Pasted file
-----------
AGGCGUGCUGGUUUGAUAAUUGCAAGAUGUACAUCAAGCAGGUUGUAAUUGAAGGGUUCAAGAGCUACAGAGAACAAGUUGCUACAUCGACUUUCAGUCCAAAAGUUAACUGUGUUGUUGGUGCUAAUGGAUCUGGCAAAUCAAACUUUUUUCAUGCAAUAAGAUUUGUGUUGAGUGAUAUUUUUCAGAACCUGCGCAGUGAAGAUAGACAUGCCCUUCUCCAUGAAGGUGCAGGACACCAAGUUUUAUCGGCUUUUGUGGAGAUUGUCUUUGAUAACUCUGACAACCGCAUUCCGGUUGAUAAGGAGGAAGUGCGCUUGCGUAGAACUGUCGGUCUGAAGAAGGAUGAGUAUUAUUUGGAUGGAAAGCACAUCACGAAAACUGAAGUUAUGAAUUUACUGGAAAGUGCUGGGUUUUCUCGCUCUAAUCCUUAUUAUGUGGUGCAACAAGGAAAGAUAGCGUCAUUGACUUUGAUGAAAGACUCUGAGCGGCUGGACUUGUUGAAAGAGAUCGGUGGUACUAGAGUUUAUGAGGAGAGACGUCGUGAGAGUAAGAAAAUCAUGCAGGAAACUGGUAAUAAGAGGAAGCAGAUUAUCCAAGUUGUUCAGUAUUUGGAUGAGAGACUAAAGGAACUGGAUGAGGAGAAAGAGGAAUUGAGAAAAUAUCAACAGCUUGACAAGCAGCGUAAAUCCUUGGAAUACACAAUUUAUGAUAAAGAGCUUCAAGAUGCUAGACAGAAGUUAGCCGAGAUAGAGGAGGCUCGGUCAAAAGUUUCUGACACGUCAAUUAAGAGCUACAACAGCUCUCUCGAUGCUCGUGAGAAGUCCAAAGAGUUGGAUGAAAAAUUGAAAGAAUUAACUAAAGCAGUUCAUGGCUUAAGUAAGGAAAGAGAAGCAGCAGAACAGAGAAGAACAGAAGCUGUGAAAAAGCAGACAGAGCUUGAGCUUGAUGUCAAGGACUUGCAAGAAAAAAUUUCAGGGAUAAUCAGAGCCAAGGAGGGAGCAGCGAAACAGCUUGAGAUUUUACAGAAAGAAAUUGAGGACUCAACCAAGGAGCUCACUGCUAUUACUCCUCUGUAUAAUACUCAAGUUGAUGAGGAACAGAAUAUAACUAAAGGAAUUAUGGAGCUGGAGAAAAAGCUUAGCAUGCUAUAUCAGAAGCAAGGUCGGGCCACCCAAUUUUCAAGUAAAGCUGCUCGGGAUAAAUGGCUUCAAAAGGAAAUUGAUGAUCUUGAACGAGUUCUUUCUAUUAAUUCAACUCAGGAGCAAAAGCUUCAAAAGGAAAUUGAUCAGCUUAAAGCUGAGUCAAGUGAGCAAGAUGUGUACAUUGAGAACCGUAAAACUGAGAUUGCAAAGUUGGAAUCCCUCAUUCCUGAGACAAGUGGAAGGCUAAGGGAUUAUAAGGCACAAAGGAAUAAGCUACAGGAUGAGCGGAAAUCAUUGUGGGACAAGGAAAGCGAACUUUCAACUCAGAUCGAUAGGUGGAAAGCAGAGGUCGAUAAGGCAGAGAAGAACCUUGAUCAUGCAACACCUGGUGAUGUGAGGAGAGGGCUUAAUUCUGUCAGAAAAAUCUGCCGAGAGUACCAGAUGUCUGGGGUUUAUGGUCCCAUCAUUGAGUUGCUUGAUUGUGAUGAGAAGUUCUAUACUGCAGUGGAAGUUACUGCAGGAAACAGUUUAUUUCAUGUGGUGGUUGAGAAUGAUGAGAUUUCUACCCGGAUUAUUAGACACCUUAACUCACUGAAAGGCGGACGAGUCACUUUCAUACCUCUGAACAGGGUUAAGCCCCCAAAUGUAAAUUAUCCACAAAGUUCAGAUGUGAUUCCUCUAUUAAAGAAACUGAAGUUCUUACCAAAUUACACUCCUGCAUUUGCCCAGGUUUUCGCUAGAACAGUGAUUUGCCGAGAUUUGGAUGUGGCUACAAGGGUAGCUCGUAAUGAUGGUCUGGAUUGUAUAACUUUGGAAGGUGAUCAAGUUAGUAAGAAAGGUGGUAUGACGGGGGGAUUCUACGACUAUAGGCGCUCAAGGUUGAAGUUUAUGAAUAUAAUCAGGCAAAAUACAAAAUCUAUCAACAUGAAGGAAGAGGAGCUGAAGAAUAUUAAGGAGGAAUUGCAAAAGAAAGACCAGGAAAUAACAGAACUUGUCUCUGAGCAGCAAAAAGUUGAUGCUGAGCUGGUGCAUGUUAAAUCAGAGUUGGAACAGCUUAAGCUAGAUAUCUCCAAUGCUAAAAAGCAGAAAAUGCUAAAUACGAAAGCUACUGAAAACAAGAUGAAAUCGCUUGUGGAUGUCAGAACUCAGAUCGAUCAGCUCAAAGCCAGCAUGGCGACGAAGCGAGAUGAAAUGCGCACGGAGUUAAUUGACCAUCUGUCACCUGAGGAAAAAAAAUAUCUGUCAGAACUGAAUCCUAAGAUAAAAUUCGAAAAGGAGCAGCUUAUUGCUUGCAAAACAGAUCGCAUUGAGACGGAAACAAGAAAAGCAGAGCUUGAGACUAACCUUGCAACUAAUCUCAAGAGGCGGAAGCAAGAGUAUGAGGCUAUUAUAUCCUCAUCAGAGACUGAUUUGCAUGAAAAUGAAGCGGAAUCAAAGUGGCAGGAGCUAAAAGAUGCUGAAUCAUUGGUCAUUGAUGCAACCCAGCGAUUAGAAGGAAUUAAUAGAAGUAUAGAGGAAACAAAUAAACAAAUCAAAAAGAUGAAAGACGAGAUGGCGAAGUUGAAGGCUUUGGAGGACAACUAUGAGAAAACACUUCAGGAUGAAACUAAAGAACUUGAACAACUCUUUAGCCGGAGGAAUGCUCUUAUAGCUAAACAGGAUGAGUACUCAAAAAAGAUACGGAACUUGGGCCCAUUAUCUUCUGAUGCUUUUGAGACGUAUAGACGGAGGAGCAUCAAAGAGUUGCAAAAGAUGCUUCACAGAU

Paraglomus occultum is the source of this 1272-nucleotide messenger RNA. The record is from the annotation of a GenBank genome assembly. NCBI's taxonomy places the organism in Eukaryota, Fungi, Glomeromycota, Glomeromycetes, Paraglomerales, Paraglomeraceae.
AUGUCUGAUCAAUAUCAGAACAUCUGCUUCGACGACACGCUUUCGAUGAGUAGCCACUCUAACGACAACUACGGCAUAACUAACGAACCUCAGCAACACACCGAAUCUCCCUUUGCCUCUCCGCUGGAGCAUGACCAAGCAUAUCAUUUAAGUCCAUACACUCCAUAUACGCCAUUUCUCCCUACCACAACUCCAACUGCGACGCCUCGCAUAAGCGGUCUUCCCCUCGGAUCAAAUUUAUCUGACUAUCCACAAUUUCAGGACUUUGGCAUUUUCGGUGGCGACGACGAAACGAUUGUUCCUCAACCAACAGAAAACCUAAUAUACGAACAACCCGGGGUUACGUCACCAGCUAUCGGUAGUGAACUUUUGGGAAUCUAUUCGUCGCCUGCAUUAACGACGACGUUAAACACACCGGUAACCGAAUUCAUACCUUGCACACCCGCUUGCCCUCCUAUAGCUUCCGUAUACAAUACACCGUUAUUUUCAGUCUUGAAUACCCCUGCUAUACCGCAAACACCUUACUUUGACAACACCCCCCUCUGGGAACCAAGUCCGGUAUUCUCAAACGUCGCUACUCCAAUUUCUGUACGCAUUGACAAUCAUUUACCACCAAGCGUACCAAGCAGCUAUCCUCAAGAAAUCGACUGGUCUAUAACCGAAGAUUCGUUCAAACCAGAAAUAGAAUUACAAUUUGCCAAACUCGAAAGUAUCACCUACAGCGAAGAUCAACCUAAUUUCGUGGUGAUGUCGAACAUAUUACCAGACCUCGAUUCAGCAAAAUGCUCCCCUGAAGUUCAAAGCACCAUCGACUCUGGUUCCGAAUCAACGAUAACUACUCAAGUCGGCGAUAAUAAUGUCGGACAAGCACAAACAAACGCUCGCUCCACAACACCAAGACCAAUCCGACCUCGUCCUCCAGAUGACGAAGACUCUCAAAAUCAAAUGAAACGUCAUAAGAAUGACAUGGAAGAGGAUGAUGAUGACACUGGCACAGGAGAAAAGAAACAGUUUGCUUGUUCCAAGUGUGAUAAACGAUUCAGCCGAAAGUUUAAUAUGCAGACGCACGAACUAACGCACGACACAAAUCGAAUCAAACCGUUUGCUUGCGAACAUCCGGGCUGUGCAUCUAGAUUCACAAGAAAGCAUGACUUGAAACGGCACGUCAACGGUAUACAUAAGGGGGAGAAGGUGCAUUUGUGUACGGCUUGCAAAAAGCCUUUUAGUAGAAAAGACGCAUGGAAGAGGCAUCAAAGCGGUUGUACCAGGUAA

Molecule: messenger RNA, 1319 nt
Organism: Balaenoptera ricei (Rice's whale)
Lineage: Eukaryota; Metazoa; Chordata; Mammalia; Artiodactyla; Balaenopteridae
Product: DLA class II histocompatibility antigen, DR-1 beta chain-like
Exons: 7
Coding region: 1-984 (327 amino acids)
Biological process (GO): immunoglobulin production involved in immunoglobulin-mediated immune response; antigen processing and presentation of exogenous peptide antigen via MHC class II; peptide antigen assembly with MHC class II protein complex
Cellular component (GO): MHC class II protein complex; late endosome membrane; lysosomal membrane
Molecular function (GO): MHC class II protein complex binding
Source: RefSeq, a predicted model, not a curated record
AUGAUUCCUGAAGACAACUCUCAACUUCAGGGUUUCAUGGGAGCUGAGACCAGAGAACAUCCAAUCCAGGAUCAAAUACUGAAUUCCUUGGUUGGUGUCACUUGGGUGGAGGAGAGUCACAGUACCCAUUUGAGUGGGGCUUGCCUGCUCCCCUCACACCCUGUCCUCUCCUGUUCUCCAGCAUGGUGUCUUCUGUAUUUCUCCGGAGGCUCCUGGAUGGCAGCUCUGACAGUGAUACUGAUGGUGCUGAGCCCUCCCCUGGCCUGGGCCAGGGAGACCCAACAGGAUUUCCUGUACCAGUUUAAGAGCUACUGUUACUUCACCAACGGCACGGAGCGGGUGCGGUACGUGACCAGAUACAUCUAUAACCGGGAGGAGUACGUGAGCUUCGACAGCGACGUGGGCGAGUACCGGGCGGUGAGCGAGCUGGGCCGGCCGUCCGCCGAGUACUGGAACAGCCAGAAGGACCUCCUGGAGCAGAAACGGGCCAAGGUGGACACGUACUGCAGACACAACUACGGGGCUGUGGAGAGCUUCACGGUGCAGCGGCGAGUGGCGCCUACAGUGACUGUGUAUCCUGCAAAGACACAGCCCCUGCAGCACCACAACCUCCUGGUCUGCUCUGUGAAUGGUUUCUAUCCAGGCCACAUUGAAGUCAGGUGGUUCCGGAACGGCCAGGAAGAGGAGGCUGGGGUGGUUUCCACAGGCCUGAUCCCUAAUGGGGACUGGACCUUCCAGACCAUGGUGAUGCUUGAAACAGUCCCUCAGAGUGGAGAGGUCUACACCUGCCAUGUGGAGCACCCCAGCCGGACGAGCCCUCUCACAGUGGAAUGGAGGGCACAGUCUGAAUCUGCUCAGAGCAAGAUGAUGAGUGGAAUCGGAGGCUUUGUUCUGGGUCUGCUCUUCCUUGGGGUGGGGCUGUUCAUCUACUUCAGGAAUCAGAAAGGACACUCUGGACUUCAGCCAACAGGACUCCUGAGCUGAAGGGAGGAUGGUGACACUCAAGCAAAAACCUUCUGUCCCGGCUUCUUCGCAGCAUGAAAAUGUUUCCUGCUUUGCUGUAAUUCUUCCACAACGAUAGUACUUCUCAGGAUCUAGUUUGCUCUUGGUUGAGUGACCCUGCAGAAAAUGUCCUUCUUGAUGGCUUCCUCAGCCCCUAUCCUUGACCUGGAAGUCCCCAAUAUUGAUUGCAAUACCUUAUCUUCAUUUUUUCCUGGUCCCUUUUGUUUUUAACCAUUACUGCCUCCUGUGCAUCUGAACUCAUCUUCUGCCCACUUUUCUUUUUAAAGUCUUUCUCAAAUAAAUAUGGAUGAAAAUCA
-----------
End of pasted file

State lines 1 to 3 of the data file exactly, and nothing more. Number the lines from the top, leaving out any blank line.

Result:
AGGCGUGCUGGUUUGAUAAUUGCAAGAUGUACAUCAAGCAGGUUGUAAUUGAAGGGUUCAAGAGCUACAGAGAACAAGUUGCUACAUCGACUUUCAGUCCAAAAGUUAACUGUGUUGUUGGUGCUAAUGGAUCUGGCAAAUCAAACUUUUUUCAUGCAAUAAGAUUUGUGUUGAGUGAUAUUUUUCAGAACCUGCGCAGUGAAGAUAGACAUGCCCUUCUCCAUGAAGGUGCAGGACACCAAGUUUUAUCGGCUUUUGUGGAGAUUGUCUUUGAUAACUCUGACAACCGCAUUCCGGUUGAUAAGGAGGAAGUGCGCUUGCGUAGAACUGUCGGUCUGAAGAAGGAUGAGUAUUAUUUGGAUGGAAAGCACAUCACGAAAACUGAAGUUAUGAAUUUACUGGAAAGUGCUGGGUUUUCUCGCUCUAAUCCUUAUUAUGUGGUGCAACAAGGAAAGAUAGCGUCAUUGACUUUGAUGAAAGACUCUGAGCGGCUGGACUUGUUGAAAGAGAUCGGUGGUACUAGAGUUUAUGAGGAGAGACGUCGUGAGAGUAAGAAAAUCAUGCAGGAAACUGGUAAUAAGAGGAAGCAGAUUAUCCAAGUUGUUCAGUAUUUGGAUGAGAGACUAAAGGAACUGGAUGAGGAGAAAGAGGAAUUGAGAAAAUAUCAACAGCUUGACAAGCAGCGUAAAUCCUUGGAAUACACAAUUUAUGAUAAAGAGCUUCAAGAUGCUAGACAGAAGUUAGCCGAGAUAGAGGAGGCUCGGUCAAAAGUUUCUGACACGUCAAUUAAGAGCUACAACAGCUCUCUCGAUGCUCGUGAGAAGUCCAAAGAGUUGGAUGAAAAAUUGAAAGAAUUAACUAAAGCAGUUCAUGGCUUAAGUAAGGAAAGAGAAGCAGCAGAACAGAGAAGAACAGAAGCUGUGAAAAAGCAGACAGAGCUUGAGCUUGAUGUCAAGGACUUGCAAGAAAAAAUUUCAGGGAUAAUCAGAGCCAAGGAGGGAGCAGCGAAACAGCUUGAGAUUUUACAGAAAGAAAUUGAGGACUCAACCAAGGAGCUCACUGCUAUUACUCCUCUGUAUAAUACUCAAGUUGAUGAGGAACAGAAUAUAACUAAAGGAAUUAUGGAGCUGGAGAAAAAGCUUAGCAUGCUAUAUCAGAAGCAAGGUCGGGCCACCCAAUUUUCAAGUAAAGCUGCUCGGGAUAAAUGGCUUCAAAAGGAAAUUGAUGAUCUUGAACGAGUUCUUUCUAUUAAUUCAACUCAGGAGCAAAAGCUUCAAAAGGAAAUUGAUCAGCUUAAAGCUGAGUCAAGUGAGCAAGAUGUGUACAUUGAGAACCGUAAAACUGAGAUUGCAAAGUUGGAAUCCCUCAUUCCUGAGACAAGUGGAAGGCUAAGGGAUUAUAAGGCACAAAGGAAUAAGCUACAGGAUGAGCGGAAAUCAUUGUGGGACAAGGAAAGCGAACUUUCAACUCAGAUCGAUAGGUGGAAAGCAGAGGUCGAUAAGGCAGAGAAGAACCUUGAUCAUGCAACACCUGGUGAUGUGAGGAGAGGGCUUAAUUCUGUCAGAAAAAUCUGCCGAGAGUACCAGAUGUCUGGGGUUUAUGGUCCCAUCAUUGAGUUGCUUGAUUGUGAUGAGAAGUUCUAUACUGCAGUGGAAGUUACUGCAGGAAACAGUUUAUUUCAUGUGGUGGUUGAGAAUGAUGAGAUUUCUACCCGGAUUAUUAGACACCUUAACUCACUGAAAGGCGGACGAGUCACUUUCAUACCUCUGAACAGGGUUAAGCCCCCAAAUGUAAAUUAUCCACAAAGUUCAGAUGUGAUUCCUCUAUUAAAGAAACUGAAGUUCUUACCAAAUUACACUCCUGCAUUUGCCCAGGUUUUCGCUAGAACAGUGAUUUGCCGAGAUUUGGAUGUGGCUACAAGGGUAGCUCGUAAUGAUGGUCUGGAUUGUAUAACUUUGGAAGGUGAUCAAGUUAGUAAGAAAGGUGGUAUGACGGGGGGAUUCUACGACUAUAGGCGCUCAAGGUUGAAGUUUAUGAAUAUAAUCAGGCAAAAUACAAAAUCUAUCAACAUGAAGGAAGAGGAGCUGAAGAAUAUUAAGGAGGAAUUGCAAAAGAAAGACCAGGAAAUAACAGAACUUGUCUCUGAGCAGCAAAAAGUUGAUGCUGAGCUGGUGCAUGUUAAAUCAGAGUUGGAACAGCUUAAGCUAGAUAUCUCCAAUGCUAAAAAGCAGAAAAUGCUAAAUACGAAAGCUACUGAAAACAAGAUGAAAUCGCUUGUGGAUGUCAGAACUCAGAUCGAUCAGCUCAAAGCCAGCAUGGCGACGAAGCGAGAUGAAAUGCGCACGGAGUUAAUUGACCAUCUGUCACCUGAGGAAAAAAAAUAUCUGUCAGAACUGAAUCCUAAGAUAAAAUUCGAAAAGGAGCAGCUUAUUGCUUGCAAAACAGAUCGCAUUGAGACGGAAACAAGAAAAGCAGAGCUUGAGACUAACCUUGCAACUAAUCUCAAGAGGCGGAAGCAAGAGUAUGAGGCUAUUAUAUCCUCAUCAGAGACUGAUUUGCAUGAAAAUGAAGCGGAAUCAAAGUGGCAGGAGCUAAAAGAUGCUGAAUCAUUGGUCAUUGAUGCAACCCAGCGAUUAGAAGGAAUUAAUAGAAGUAUAGAGGAAACAAAUAAACAAAUCAAAAAGAUGAAAGACGAGAUGGCGAAGUUGAAGGCUUUGGAGGACAACUAUGAGAAAACACUUCAGGAUGAAACUAAAGAACUUGAACAACUCUUUAGCCGGAGGAAUGCUCUUAUAGCUAAACAGGAUGAGUACUCAAAAAAGAUACGGAACUUGGGCCCAUUAUCUUCUGAUGCUUUUGAGACGUAUAGACGGAGGAGCAUCAAAGAGUUGCAAAAGAUGCUUCACAGAU

Paraglomus occultum is the source of this 1272-nucleotide messenger RNA. The record is from the annotation of a GenBank genome assembly. NCBI's taxonomy places the organism in Eukaryota, Fungi, Glomeromycota, Glomeromycetes, Paraglomerales, Paraglomeraceae.
AUGUCUGAUCAAUAUCAGAACAUCUGCUUCGACGACACGCUUUCGAUGAGUAGCCACUCUAACGACAACUACGGCAUAACUAACGAACCUCAGCAACACACCGAAUCUCCCUUUGCCUCUCCGCUGGAGCAUGACCAAGCAUAUCAUUUAAGUCCAUACACUCCAUAUACGCCAUUUCUCCCUACCACAACUCCAACUGCGACGCCUCGCAUAAGCGGUCUUCCCCUCGGAUCAAAUUUAUCUGACUAUCCACAAUUUCAGGACUUUGGCAUUUUCGGUGGCGACGACGAAACGAUUGUUCCUCAACCAACAGAAAACCUAAUAUACGAACAACCCGGGGUUACGUCACCAGCUAUCGGUAGUGAACUUUUGGGAAUCUAUUCGUCGCCUGCAUUAACGACGACGUUAAACACACCGGUAACCGAAUUCAUACCUUGCACACCCGCUUGCCCUCCUAUAGCUUCCGUAUACAAUACACCGUUAUUUUCAGUCUUGAAUACCCCUGCUAUACCGCAAACACCUUACUUUGACAACACCCCCCUCUGGGAACCAAGUCCGGUAUUCUCAAACGUCGCUACUCCAAUUUCUGUACGCAUUGACAAUCAUUUACCACCAAGCGUACCAAGCAGCUAUCCUCAAGAAAUCGACUGGUCUAUAACCGAAGAUUCGUUCAAACCAGAAAUAGAAUUACAAUUUGCCAAACUCGAAAGUAUCACCUACAGCGAAGAUCAACCUAAUUUCGUGGUGAUGUCGAACAUAUUACCAGACCUCGAUUCAGCAAAAUGCUCCCCUGAAGUUCAAAGCACCAUCGACUCUGGUUCCGAAUCAACGAUAACUACUCAAGUCGGCGAUAAUAAUGUCGGACAAGCACAAACAAACGCUCGCUCCACAACACCAAGACCAAUCCGACCUCGUCCUCCAGAUGACGAAGACUCUCAAAAUCAAAUGAAACGUCAUAAGAAUGACAUGGAAGAGGAUGAUGAUGACACUGGCACAGGAGAAAAGAAACAGUUUGCUUGUUCCAAGUGUGAUAAACGAUUCAGCCGAAAGUUUAAUAUGCAGACGCACGAACUAACGCACGACACAAAUCGAAUCAAACCGUUUGCUUGCGAACAUCCGGGCUGUGCAUCUAGAUUCACAAGAAAGCAUGACUUGAAACGGCACGUCAACGGUAUACAUAAGGGGGAGAAGGUGCAUUUGUGUACGGCUUGCAAAAAGCCUUUUAGUAGAAAAGACGCAUGGAAGAGGCAUCAAAGCGGUUGUACCAGGUAA